Moreover, Democrats, including the big progressive blog sites, look at local trends through national eyes. This leads to the kind of misunderstanding we are seeing in analysis of Arizona. When Tom Daschle lost his senate seat to John Thune, it wasn't South Dakota voters rejecting Daschle's policies. It was that they were pissed because they felt Daschle had abandoned his home state, in fact claiming Maryland (I think) as his home state on some tax form or some such thing. When Scott Brown defeated Martha Coakley to replace Ted Kennedy, some of that had to do with right-wing organizing, but a lot of it had to do with the fact that Martha Coakley ran the worst campaign in modern memory. These things are local. Looking at them through the lenses of national politics can help us find interesting trends, but they provide little understanding for what's going on in a particular place. When you get to the level of state legislatures and ballot initiatives, the national lenses provide almost no understanding at all.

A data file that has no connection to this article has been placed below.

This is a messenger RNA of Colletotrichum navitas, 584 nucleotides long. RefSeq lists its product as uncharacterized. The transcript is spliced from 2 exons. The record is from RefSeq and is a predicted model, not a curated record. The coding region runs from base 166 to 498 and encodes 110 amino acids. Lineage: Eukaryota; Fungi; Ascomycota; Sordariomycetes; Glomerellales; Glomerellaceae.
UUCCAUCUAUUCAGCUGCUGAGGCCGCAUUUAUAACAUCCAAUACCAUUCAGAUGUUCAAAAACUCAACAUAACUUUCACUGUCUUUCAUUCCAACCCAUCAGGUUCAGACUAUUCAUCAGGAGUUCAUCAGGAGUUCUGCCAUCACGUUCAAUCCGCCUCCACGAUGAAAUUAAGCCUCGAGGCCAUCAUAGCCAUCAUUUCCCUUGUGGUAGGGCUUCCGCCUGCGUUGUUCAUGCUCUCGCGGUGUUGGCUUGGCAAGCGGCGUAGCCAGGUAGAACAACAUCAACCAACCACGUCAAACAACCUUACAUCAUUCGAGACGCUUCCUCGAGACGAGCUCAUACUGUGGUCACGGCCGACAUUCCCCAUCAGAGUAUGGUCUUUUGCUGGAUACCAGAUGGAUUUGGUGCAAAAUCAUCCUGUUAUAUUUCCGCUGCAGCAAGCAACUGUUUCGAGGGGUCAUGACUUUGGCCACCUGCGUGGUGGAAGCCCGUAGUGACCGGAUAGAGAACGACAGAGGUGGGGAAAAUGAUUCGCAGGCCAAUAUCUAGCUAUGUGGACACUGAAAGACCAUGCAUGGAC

A site like TPM can find people who do understand the local scene. There are many excellent sites dedicated to local politics. Each state has several. Some are great, such as Texas'  Burnt Orange Report. I will say though that these sites often get caught up in the hothouse atmosphere of politics and don't provide a lot of room for analysis and understanding.

But there are scholars removed from the political atmosphere who do understand the history and culture of places. I am no expert on Arizona, but there are several states I do know pretty well where I could provide useful analysis. And there are a lot of people like me out there who could do a great job. Rather than asking out loud what has happened to Arizona, why not go find someone who can tell you?